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Friday, 29 May 2015

BOXING AND UNBOXING

Today in Engineer's World, we are discussing a very important topic of C# - Boxing and Unboxing in very easy way. Posted By- +Manish Kumar Gautam +LIVE VIAR +ASP.NET SOLUTIONS

Click imaginationhunt.blogspot to see latest Blogs
 

Welcome friends, the Blog is to explain Boxing and Unboxing. Confusing and useless terms for beginner's and even for some professional too.



In C# how can we convert one type to another? The first idea that comes to your mind is by using implicit or explicit conversion and type casting. But can we convert a value of one type into a value of another type? Can we? Answer is yes.

The process of converting a value type to a reference type is called boxing. The inverse process, converting a reference type to a value type, is called unboxing. This is illustrated in the following code:

int i = 58959; // a value type  
object o = i; // boxing  
int j = (int)o; // unboxing

What is object? And why object is so much important in box and unbox? object (Go to Definition) is derive from Object class. It supports all classes in .Net Framework class hierarchy and provides low-level class hierarchy to derived classes. This is the ultimate base class for all classes it the .Net Framework; it is the root of the type hierarchy.

Boxing:
Boxing is used to store value types in the garbage-collected heap. Boxing is an implicit conversion of a value type to the type object.

Rules of Boxing:
-> No need to tell the compiler that you are boxing from value to reference. Because compiler take care of it. It is implicit.
using System;

namespace AspnetSolutions
{
    class Boxing
    {
        public static void Main()
        {
            DateTime presentdate1 = DateTime.Now;  //Part1
            object obj1 = presentdate1;  //You can directly pass (Implicitly)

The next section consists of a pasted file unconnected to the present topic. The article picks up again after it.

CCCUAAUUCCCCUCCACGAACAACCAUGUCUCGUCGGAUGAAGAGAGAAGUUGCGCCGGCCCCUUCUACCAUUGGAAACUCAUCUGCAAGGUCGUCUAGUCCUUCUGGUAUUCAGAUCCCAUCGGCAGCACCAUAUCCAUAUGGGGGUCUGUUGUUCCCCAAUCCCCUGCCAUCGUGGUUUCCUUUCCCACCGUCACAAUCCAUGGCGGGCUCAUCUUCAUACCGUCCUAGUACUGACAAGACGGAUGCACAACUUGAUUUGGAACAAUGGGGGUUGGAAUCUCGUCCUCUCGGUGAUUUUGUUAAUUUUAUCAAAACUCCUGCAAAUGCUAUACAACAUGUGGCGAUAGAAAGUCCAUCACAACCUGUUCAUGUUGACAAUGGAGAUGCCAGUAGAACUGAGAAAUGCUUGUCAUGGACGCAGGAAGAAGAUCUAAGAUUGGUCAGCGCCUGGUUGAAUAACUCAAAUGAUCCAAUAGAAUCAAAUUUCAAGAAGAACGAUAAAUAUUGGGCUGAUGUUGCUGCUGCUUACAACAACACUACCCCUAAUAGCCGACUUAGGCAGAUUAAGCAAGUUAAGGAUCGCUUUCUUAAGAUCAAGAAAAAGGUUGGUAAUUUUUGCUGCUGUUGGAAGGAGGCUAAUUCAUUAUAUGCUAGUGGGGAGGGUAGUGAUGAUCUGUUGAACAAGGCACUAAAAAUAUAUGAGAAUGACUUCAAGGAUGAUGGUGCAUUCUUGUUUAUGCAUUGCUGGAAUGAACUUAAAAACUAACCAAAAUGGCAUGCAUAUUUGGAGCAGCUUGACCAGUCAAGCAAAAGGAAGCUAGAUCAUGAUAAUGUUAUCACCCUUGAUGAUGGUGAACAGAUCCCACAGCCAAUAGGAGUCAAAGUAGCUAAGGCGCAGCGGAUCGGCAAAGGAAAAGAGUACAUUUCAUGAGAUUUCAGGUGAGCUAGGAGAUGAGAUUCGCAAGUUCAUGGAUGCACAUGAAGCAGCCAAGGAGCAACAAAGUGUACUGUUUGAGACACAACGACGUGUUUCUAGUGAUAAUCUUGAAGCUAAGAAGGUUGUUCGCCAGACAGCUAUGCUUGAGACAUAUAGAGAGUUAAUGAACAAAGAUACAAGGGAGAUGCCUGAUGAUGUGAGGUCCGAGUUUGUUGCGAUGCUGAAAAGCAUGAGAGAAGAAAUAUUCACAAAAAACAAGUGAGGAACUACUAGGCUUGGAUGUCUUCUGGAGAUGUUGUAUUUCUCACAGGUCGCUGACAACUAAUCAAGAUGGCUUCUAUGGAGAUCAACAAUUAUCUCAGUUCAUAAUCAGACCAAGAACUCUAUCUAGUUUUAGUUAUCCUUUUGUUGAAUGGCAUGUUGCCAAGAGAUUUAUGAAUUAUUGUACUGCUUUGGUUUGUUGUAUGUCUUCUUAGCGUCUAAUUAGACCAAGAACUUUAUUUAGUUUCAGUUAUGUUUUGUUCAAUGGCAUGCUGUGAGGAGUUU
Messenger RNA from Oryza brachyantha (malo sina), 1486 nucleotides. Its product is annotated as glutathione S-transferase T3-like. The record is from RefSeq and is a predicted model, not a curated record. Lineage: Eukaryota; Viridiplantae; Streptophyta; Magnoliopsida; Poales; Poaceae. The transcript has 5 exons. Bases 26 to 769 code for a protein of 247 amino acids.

Console.WriteLine(obj1);


            char name = 'A';  //Part2
            object obj2 = name;
            Console.WriteLine(obj2);

            int number = 25;  //Part3
            object obj3 = number;
            Console.WriteLine(obj3);
        }
    }
}

  
Output:
The output is very straight forward. 
In Part 1 we are taking the DateTime.
In Part 2 we are taking the character (char). 
In Part 3 we are taking the integer. 



UnBoxing:
Unboxing is used to store reference type in stack. Unboxing is an explicit conversion of reference type to the value type.



Rules of Unboxing:
1. We can only unbox a value that has previously been boxed.

using System;

namespace AspnetSolutions
{
    class Unboxing
    {
        public static void Main()
        {
            try
            {
                int i = 25;
                object o = i;

                long l = (long)o;
                Console.WriteLine("i: " + i);
                Console.WriteLine("o: " + o);
                Console.WriteLine("l: " + l);
            }
            catch (Exception ex)
            {
                Console.WriteLine(ex.Message);
            }
        }
    }
}


Output:
We get error Message- Specified Cast is not valid (InvalidCastException). Because we have intialized variable i as integer and during unbox we explicit want our variable to long data type. 
 


2. Before unboxing C# checks that value type we request is actually stored in the object under conversion, only then the value is unboxed.
3. Unboxing copies the value out of the object. It doesn't manipulate the value.

using System;

namespace AspnetSolutions
{
    class free
    {
        public static void Main()
        {
            int i = 25;
            Console.WriteLine("Initial value of i = " + i);
            object o = i;
            i = (int)o;  //Unboxing

            Console.WriteLine("Value of o = " + o);
            Console.WriteLine("After Unboxing the value of i = " + i);
        }
    }
}


Output:
You can notice that just before Unboxing the value of o is 25 and after that value is same for i = 25. Means it copies the value out of the object.




To read STRING in C# (Declaration and Initialization) PART-1 - Click here.